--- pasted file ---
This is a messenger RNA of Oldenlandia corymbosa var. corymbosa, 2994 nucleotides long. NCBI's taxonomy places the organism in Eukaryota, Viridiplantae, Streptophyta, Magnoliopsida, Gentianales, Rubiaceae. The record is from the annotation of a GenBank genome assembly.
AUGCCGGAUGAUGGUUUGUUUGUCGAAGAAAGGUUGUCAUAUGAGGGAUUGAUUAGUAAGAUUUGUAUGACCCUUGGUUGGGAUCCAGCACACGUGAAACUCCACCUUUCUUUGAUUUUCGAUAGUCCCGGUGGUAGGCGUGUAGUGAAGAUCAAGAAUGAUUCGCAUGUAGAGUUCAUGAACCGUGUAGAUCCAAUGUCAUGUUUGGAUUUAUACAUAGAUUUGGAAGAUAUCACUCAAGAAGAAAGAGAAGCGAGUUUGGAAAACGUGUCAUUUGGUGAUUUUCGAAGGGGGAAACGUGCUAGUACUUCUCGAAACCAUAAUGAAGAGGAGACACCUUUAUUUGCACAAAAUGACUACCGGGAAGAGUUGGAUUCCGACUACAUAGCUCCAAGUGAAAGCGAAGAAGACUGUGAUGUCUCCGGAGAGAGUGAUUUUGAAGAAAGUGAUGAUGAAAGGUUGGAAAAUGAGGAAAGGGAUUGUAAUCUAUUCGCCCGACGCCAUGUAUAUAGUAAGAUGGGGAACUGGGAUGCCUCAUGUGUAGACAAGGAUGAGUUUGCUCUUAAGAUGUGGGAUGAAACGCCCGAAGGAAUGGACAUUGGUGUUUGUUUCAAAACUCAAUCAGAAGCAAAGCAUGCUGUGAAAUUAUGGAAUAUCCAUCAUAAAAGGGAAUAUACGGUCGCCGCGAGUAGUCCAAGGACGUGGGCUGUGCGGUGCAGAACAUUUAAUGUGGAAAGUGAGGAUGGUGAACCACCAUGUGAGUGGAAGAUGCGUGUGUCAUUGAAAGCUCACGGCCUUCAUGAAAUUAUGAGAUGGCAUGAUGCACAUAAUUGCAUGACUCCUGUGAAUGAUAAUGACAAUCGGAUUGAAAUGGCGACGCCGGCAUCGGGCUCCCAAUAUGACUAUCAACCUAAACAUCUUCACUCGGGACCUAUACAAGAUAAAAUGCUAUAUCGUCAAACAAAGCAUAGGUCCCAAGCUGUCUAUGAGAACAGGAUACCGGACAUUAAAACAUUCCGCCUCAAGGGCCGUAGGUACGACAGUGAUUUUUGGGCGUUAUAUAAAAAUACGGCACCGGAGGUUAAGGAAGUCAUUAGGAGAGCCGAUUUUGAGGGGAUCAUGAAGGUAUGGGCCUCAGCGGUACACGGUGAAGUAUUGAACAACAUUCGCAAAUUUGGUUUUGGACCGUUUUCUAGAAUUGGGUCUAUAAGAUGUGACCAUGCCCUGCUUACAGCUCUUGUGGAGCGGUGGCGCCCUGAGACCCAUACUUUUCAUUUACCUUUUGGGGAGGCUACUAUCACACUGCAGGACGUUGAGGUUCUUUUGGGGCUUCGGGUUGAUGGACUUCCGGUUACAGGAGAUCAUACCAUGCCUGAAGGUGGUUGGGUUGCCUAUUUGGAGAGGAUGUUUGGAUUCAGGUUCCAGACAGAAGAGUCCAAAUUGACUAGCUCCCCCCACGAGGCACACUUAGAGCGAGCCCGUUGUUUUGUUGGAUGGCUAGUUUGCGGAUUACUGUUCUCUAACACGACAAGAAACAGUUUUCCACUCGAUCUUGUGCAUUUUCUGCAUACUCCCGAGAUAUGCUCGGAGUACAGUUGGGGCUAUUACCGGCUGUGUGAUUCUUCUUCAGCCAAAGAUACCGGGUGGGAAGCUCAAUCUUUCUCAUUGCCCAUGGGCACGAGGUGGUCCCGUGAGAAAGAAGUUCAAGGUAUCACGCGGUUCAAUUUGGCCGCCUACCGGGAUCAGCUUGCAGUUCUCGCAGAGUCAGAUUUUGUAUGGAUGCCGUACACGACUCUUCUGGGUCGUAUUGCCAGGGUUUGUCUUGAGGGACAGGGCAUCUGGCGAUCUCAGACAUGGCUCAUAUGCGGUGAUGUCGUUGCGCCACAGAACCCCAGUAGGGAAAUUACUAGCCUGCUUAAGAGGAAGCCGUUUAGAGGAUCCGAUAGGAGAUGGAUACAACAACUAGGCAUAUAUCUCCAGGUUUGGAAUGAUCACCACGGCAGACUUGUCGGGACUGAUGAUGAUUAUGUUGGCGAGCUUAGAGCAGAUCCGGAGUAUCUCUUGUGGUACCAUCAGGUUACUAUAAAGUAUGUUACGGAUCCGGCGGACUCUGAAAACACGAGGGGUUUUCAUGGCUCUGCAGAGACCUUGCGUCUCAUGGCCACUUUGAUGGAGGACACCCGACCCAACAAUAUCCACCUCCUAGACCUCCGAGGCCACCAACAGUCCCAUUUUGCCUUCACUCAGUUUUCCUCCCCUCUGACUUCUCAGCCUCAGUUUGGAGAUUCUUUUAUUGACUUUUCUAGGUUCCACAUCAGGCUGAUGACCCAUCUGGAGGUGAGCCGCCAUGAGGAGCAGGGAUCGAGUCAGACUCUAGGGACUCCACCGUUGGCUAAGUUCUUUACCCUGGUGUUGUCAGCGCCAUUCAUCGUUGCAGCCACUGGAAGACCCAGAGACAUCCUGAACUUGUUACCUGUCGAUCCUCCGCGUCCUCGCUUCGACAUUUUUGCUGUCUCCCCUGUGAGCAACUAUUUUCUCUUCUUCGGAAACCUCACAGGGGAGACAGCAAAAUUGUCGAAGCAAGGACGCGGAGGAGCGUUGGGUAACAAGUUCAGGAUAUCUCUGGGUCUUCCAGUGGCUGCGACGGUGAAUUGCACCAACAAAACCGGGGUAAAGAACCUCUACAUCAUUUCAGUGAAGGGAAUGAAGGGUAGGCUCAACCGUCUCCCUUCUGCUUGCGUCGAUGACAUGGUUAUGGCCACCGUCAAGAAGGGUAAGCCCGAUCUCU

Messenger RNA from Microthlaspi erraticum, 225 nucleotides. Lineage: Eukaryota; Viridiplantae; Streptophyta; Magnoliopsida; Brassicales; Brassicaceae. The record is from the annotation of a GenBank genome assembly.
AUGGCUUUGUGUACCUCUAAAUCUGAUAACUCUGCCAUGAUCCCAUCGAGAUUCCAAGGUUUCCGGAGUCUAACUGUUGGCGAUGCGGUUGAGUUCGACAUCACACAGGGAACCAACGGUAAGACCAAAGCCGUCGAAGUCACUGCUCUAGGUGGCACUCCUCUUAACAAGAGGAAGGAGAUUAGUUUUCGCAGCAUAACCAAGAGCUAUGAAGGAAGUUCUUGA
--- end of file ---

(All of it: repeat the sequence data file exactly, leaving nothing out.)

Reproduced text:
This is a messenger RNA of Oldenlandia corymbosa var. corymbosa, 2994 nucleotides long. NCBI's taxonomy places the organism in Eukaryota, Viridiplantae, Streptophyta, Magnoliopsida, Gentianales, Rubiaceae. The record is from the annotation of a GenBank genome assembly.
AUGCCGGAUGAUGGUUUGUUUGUCGAAGAAAGGUUGUCAUAUGAGGGAUUGAUUAGUAAGAUUUGUAUGACCCUUGGUUGGGAUCCAGCACACGUGAAACUCCACCUUUCUUUGAUUUUCGAUAGUCCCGGUGGUAGGCGUGUAGUGAAGAUCAAGAAUGAUUCGCAUGUAGAGUUCAUGAACCGUGUAGAUCCAAUGUCAUGUUUGGAUUUAUACAUAGAUUUGGAAGAUAUCACUCAAGAAGAAAGAGAAGCGAGUUUGGAAAACGUGUCAUUUGGUGAUUUUCGAAGGGGGAAACGUGCUAGUACUUCUCGAAACCAUAAUGAAGAGGAGACACCUUUAUUUGCACAAAAUGACUACCGGGAAGAGUUGGAUUCCGACUACAUAGCUCCAAGUGAAAGCGAAGAAGACUGUGAUGUCUCCGGAGAGAGUGAUUUUGAAGAAAGUGAUGAUGAAAGGUUGGAAAAUGAGGAAAGGGAUUGUAAUCUAUUCGCCCGACGCCAUGUAUAUAGUAAGAUGGGGAACUGGGAUGCCUCAUGUGUAGACAAGGAUGAGUUUGCUCUUAAGAUGUGGGAUGAAACGCCCGAAGGAAUGGACAUUGGUGUUUGUUUCAAAACUCAAUCAGAAGCAAAGCAUGCUGUGAAAUUAUGGAAUAUCCAUCAUAAAAGGGAAUAUACGGUCGCCGCGAGUAGUCCAAGGACGUGGGCUGUGCGGUGCAGAACAUUUAAUGUGGAAAGUGAGGAUGGUGAACCACCAUGUGAGUGGAAGAUGCGUGUGUCAUUGAAAGCUCACGGCCUUCAUGAAAUUAUGAGAUGGCAUGAUGCACAUAAUUGCAUGACUCCUGUGAAUGAUAAUGACAAUCGGAUUGAAAUGGCGACGCCGGCAUCGGGCUCCCAAUAUGACUAUCAACCUAAACAUCUUCACUCGGGACCUAUACAAGAUAAAAUGCUAUAUCGUCAAACAAAGCAUAGGUCCCAAGCUGUCUAUGAGAACAGGAUACCGGACAUUAAAACAUUCCGCCUCAAGGGCCGUAGGUACGACAGUGAUUUUUGGGCGUUAUAUAAAAAUACGGCACCGGAGGUUAAGGAAGUCAUUAGGAGAGCCGAUUUUGAGGGGAUCAUGAAGGUAUGGGCCUCAGCGGUACACGGUGAAGUAUUGAACAACAUUCGCAAAUUUGGUUUUGGACCGUUUUCUAGAAUUGGGUCUAUAAGAUGUGACCAUGCCCUGCUUACAGCUCUUGUGGAGCGGUGGCGCCCUGAGACCCAUACUUUUCAUUUACCUUUUGGGGAGGCUACUAUCACACUGCAGGACGUUGAGGUUCUUUUGGGGCUUCGGGUUGAUGGACUUCCGGUUACAGGAGAUCAUACCAUGCCUGAAGGUGGUUGGGUUGCCUAUUUGGAGAGGAUGUUUGGAUUCAGGUUCCAGACAGAAGAGUCCAAAUUGACUAGCUCCCCCCACGAGGCACACUUAGAGCGAGCCCGUUGUUUUGUUGGAUGGCUAGUUUGCGGAUUACUGUUCUCUAACACGACAAGAAACAGUUUUCCACUCGAUCUUGUGCAUUUUCUGCAUACUCCCGAGAUAUGCUCGGAGUACAGUUGGGGCUAUUACCGGCUGUGUGAUUCUUCUUCAGCCAAAGAUACCGGGUGGGAAGCUCAAUCUUUCUCAUUGCCCAUGGGCACGAGGUGGUCCCGUGAGAAAGAAGUUCAAGGUAUCACGCGGUUCAAUUUGGCCGCCUACCGGGAUCAGCUUGCAGUUCUCGCAGAGUCAGAUUUUGUAUGGAUGCCGUACACGACUCUUCUGGGUCGUAUUGCCAGGGUUUGUCUUGAGGGACAGGGCAUCUGGCGAUCUCAGACAUGGCUCAUAUGCGGUGAUGUCGUUGCGCCACAGAACCCCAGUAGGGAAAUUACUAGCCUGCUUAAGAGGAAGCCGUUUAGAGGAUCCGAUAGGAGAUGGAUACAACAACUAGGCAUAUAUCUCCAGGUUUGGAAUGAUCACCACGGCAGACUUGUCGGGACUGAUGAUGAUUAUGUUGGCGAGCUUAGAGCAGAUCCGGAGUAUCUCUUGUGGUACCAUCAGGUUACUAUAAAGUAUGUUACGGAUCCGGCGGACUCUGAAAACACGAGGGGUUUUCAUGGCUCUGCAGAGACCUUGCGUCUCAUGGCCACUUUGAUGGAGGACACCCGACCCAACAAUAUCCACCUCCUAGACCUCCGAGGCCACCAACAGUCCCAUUUUGCCUUCACUCAGUUUUCCUCCCCUCUGACUUCUCAGCCUCAGUUUGGAGAUUCUUUUAUUGACUUUUCUAGGUUCCACAUCAGGCUGAUGACCCAUCUGGAGGUGAGCCGCCAUGAGGAGCAGGGAUCGAGUCAGACUCUAGGGACUCCACCGUUGGCUAAGUUCUUUACCCUGGUGUUGUCAGCGCCAUUCAUCGUUGCAGCCACUGGAAGACCCAGAGACAUCCUGAACUUGUUACCUGUCGAUCCUCCGCGUCCUCGCUUCGACAUUUUUGCUGUCUCCCCUGUGAGCAACUAUUUUCUCUUCUUCGGAAACCUCACAGGGGAGACAGCAAAAUUGUCGAAGCAAGGACGCGGAGGAGCGUUGGGUAACAAGUUCAGGAUAUCUCUGGGUCUUCCAGUGGCUGCGACGGUGAAUUGCACCAACAAAACCGGGGUAAAGAACCUCUACAUCAUUUCAGUGAAGGGAAUGAAGGGUAGGCUCAACCGUCUCCCUUCUGCUUGCGUCGAUGACAUGGUUAUGGCCACCGUCAAGAAGGGUAAGCCCGAUCUCU

Messenger RNA from Microthlaspi erraticum, 225 nucleotides. Lineage: Eukaryota; Viridiplantae; Streptophyta; Magnoliopsida; Brassicales; Brassicaceae. The record is from the annotation of a GenBank genome assembly.
AUGGCUUUGUGUACCUCUAAAUCUGAUAACUCUGCCAUGAUCCCAUCGAGAUUCCAAGGUUUCCGGAGUCUAACUGUUGGCGAUGCGGUUGAGUUCGACAUCACACAGGGAACCAACGGUAAGACCAAAGCCGUCGAAGUCACUGCUCUAGGUGGCACUCCUCUUAACAAGAGGAAGGAGAUUAGUUUUCGCAGCAUAACCAAGAGCUAUGAAGGAAGUUCUUGA